Based on clinical diagnosis and/or isolation of pathogens, the anatomic focus of infection considered the source of sepsis was classified as respiratory, intraabdominal (peritonitis, abscess, small-bowel obstruction, spontaneous bacterial peritonitis, Clostridium difficile-associated colitis, perforated viscus, enterocolitis or diverticulitis, ischemic bowel, pancreatitis, or other), biliary (cholecystitis or cholangitis), genitourinary (pyelonephritis, obstructive uropathy-associated urinary tract infection, or gynecologic infections), skin or soft-tissue (cellulitis, abscess, or necrotizing fasciitis), or other.

In episodes where a source control was susceptible, attending physicians decided on the most appropriate type: noninvasive (percutaneous/endoscopic) or invasive (surgical/laparoscopic). We recorded the time from hospital admission to source control and divided patients into those who received source control ≤12h, which is the upper limit of the time recommended in the latest guidelines from the Surviving Sepsis Campaign18 and those who received source control>12h following onset. Adequate source control was defined as having a percutaneous, endoscopic, laparoscopic, or open procedure to drain infected fluid collections, debride infected tissues, and control ongoing enteric or other drainage producing peritonitis and if patients improved after the intervention (disappearance of fever, normalization of white blood counts, improvement of acute phase reactants, and a decrease in doses of vasopressors required) and required no further interventions on the same source during the ICU stay. In cases where these variables could not be reviewed, the effectiveness of source control was not evaluated.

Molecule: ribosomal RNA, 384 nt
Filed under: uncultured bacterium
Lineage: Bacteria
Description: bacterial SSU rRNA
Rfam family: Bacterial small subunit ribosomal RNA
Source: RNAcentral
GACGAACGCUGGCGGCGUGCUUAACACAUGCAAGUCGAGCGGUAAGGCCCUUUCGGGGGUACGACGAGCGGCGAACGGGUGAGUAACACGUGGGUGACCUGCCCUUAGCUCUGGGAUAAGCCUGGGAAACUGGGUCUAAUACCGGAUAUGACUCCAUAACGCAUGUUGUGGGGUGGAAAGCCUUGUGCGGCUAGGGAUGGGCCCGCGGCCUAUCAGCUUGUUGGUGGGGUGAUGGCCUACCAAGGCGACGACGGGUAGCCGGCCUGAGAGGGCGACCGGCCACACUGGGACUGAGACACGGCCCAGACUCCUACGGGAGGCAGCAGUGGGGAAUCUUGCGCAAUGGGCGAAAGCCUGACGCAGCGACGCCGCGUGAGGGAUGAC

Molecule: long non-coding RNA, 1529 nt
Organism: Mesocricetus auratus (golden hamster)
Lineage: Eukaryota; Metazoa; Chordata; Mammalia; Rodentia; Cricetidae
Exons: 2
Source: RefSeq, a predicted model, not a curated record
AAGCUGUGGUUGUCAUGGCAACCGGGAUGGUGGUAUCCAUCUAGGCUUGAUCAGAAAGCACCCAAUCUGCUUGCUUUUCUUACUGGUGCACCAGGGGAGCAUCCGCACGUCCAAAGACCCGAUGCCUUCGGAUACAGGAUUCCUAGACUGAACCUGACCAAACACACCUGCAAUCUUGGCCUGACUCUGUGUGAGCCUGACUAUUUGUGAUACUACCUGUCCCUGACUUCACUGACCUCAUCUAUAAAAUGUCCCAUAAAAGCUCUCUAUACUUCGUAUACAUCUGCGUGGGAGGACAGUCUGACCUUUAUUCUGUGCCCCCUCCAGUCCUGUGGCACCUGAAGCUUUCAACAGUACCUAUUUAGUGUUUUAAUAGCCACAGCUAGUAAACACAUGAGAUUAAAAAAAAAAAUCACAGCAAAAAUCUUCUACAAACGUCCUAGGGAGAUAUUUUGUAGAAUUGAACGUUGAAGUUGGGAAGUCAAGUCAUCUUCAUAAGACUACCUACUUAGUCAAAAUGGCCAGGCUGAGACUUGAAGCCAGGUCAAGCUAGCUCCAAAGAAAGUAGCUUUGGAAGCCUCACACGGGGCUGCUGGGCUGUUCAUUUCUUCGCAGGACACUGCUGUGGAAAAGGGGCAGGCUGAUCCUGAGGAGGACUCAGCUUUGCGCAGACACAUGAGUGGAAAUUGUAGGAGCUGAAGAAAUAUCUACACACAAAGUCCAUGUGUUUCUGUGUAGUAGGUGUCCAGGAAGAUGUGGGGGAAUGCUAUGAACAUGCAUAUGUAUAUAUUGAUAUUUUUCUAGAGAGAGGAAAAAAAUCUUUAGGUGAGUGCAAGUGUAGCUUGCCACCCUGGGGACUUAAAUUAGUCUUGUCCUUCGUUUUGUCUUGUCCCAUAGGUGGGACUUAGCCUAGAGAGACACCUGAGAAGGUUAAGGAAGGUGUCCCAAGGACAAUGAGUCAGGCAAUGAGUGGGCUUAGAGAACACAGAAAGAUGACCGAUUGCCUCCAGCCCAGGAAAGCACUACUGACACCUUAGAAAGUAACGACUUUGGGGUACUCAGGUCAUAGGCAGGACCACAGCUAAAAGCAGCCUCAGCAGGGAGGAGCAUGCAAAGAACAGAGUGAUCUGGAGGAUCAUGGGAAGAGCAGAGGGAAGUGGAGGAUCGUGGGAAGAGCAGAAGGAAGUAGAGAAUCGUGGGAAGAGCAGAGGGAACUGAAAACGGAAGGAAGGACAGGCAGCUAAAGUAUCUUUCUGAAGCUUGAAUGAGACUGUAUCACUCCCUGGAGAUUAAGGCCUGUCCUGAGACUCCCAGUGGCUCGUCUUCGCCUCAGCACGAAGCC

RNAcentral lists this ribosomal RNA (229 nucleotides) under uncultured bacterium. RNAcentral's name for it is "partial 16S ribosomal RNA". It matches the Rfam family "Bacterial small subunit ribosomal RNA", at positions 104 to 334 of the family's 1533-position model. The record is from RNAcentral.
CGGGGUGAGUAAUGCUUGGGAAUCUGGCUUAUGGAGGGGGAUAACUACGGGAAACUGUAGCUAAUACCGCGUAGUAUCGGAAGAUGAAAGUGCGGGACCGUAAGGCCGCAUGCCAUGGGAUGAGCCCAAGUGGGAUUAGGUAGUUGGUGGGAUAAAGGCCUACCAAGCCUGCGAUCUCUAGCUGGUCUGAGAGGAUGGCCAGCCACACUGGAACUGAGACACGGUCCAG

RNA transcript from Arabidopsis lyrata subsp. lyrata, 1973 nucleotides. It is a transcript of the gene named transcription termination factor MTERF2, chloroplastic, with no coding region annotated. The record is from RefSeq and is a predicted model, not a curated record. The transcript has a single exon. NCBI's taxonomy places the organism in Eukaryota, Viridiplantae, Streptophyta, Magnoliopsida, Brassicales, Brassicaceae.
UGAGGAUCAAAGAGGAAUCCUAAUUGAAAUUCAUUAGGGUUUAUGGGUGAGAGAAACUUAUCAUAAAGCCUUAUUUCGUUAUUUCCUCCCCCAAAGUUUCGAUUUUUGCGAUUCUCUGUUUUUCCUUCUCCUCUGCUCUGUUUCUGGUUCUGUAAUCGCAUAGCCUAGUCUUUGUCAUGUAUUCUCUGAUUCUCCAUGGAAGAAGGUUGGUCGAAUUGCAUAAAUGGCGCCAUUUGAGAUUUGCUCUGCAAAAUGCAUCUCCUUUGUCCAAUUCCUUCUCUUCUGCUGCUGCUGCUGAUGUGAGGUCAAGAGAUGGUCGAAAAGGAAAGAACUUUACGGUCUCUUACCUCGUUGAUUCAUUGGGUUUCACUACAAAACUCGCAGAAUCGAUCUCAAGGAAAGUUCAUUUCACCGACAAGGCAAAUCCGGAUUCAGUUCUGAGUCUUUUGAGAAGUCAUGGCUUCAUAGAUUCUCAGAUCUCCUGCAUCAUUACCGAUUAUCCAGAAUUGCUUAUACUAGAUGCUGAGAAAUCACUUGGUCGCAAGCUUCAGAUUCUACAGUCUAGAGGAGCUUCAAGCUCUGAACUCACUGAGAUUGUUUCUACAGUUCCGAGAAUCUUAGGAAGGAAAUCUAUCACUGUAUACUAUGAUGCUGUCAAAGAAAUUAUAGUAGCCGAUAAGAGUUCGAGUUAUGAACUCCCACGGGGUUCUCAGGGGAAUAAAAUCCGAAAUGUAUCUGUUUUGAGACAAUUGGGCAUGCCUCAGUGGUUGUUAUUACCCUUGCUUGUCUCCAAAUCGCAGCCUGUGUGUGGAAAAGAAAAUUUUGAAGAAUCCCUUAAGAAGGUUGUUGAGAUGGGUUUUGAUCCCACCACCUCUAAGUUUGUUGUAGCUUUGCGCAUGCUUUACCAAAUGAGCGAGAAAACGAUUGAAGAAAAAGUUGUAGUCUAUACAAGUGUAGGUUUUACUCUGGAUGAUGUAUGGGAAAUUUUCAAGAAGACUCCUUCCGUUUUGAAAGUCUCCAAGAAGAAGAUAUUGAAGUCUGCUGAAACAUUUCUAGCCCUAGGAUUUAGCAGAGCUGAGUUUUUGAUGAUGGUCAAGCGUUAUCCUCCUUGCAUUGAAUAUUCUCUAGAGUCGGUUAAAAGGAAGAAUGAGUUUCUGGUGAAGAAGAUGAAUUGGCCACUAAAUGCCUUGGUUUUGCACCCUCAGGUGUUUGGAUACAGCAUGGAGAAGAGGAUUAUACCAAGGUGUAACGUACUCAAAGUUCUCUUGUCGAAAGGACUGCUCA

We also recorded the use of adjunctive therapies such as mechanical ventilation and renal replacement techniques as well as complications detected after admission to ICU that could be related to the natural history and/or management of septic shock such as acute kidney injury (defined as an increase in serum creatinine0.3mg/dL within 48h19), thrombocytopenia (defined as platelets<150,000/μL20), and acute respiratory distress syndrome (ARDS) (defined as PaO2/FiO2 <300mmHg with bilateral thoracic infiltrates in the absence of heart failure21).

Patients’ severity at admission was recorded as APACHE II22 score during the first 24h after ICU admission and SOFA score20 at admission to the ICU. Patients were followed up until death or discharge from the ICU and from the hospital.

Based on the criteria used in a previous study in critically ill patients with septic shock,13 we defined deaths occurring within 72h after ICU admission as early and those occurring after this timepoint as late. Patients who received limited therapeutic effort during their stay in the ICU were excluded from the study.

Statistical analysis